In response to this typical aggressive Spartan behaviour the Argive General revealed his cunning "first turn Psilio fast double move". Especially since he too rolled a 6 PiPs. Using 4 of these PiPs he scoots his two 2Ps Psilio over the hill and onto the flank of the Spartan flank. With the remaining two he advances the hoplite battle line and expands one base. The Spartans now have the advantage of a nine versus eight heavy infantry frontage. Looking at the pictures below I see that we [Argive and Sparta] got our lefts and rights mixed up - the Spartan King is on his left and my Argive General on his left .. my bad I probably confused things babbling on about ancient history and things (see below, the Argive right flank looks punt compared to the Spartans, while on the other side we are evenly matched in heavy infantry but I have those "cunning" Psilio):

"Eyes on the Prize!" The Argive Psilio try to look inconspicuous as they look lovingly on the rear portion of the Spartan Phalanx. "If" is a big word, pregnant with many haunting and hanging possibilities but if the Argive hoplite spears can pin the Spartans frontally then they could be in for a big surprise with Psilio in teh rear and nowhere to run (see below):

Critically the Argive General knows he cannot hang about. The Spartan left (unhistorical but again I think that was down to me getting my lefts and right mixed up) is far superior than his own right and hoplite stands will definitely will die, but the question is can the Spartan right be killed off first? The faster Psilio speed should be of great assistance assistance here, but you can certainly not expect the Spartans to do what you want!

Next: Clash of the Battle Lines!

Wednesday 24 January 2018

ASL if it is good enough for the "1st Royal Irish" it's good enough for me

I thought long and hard about this one, but in the end I felt I just had to get it, if only because of this UK Connections 2014 presentation by the then CO of the 1st Royal Irish (see links below):

Through the post today this arrived. Not the dreaded "ring binder infantry and tank and artillery and air and paratrooper" manual of death I remember from last century, but a slim line "ASL Starter Kit#1" (see below):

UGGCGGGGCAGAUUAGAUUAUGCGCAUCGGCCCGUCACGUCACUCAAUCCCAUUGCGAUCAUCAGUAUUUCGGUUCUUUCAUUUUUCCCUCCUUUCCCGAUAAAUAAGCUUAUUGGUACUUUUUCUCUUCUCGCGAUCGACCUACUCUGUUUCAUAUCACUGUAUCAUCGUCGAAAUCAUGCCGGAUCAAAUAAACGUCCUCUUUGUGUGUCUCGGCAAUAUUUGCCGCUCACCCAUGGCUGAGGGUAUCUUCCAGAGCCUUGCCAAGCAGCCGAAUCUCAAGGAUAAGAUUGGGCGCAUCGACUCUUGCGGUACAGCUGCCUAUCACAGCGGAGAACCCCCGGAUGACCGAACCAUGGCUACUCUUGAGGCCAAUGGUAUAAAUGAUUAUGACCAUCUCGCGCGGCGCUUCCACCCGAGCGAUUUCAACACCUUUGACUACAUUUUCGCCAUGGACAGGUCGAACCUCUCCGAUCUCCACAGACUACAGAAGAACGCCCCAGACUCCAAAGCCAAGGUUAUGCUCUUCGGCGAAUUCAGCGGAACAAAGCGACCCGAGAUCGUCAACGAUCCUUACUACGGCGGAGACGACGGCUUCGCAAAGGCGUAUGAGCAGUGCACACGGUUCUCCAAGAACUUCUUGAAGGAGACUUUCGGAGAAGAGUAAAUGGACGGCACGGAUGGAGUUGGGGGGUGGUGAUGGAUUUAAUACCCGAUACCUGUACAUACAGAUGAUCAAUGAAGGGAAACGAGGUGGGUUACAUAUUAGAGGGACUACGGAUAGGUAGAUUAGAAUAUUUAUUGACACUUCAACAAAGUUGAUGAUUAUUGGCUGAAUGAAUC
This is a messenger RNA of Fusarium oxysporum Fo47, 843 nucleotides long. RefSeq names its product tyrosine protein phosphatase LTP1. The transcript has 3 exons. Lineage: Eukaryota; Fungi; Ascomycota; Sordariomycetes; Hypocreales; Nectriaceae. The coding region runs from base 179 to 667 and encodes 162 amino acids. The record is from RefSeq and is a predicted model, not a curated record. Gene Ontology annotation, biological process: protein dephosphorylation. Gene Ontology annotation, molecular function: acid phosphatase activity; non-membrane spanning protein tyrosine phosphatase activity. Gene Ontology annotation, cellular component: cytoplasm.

I was a fan of the original SL (Squad Leader) series, having all four modules but could not face the relearning or re-education that ASL implied in the 1990's. I did have the opportunity to bulk buy a collection [Beyond Valor et al] from my friend (something I did not ever regret until perhaps this point) but did not have the inkling or space. I hope to make it to the end of the first six modules ;) with a little help from some wargaming friends.

Tuesday 23 January 2018

New Russian Threat?

Better get my moderns down from the loft (see BBC News link below):

Monday 22 January 2018

Al Stewart - Roads to Moscow (WWII Themed Song for the upcoming Chain of Command Stalingrad Campaign)

From "The Year of the Cat" to "Roads to Moscow" (sung from a Russian soldier's perspective) Al Stewart plays them all:

You Tube:

I particularly like this verse from the middle of the song ..
... Two broken Tigers on fire in the night. Flicker their souls to the wind. We wait in the lines for the final approach to begin. It's been almost four years that I've carried a gun. At home it will almost be spring. The flames of the Tigers are lighting the road to Berlin. Ah, quickly we move through the ruins that bow to the ground. The old men and children they send out to face us, they can't slow us down. And all that I ever. Was able to see. The eyes of the city are opening. Now it's the end of the dream ...
While I am talking about WWII Eastern Front you have got to check out Service Rations Distribution posts on his Kursk and Stalingrad games:


General WW2 Stuff from SRB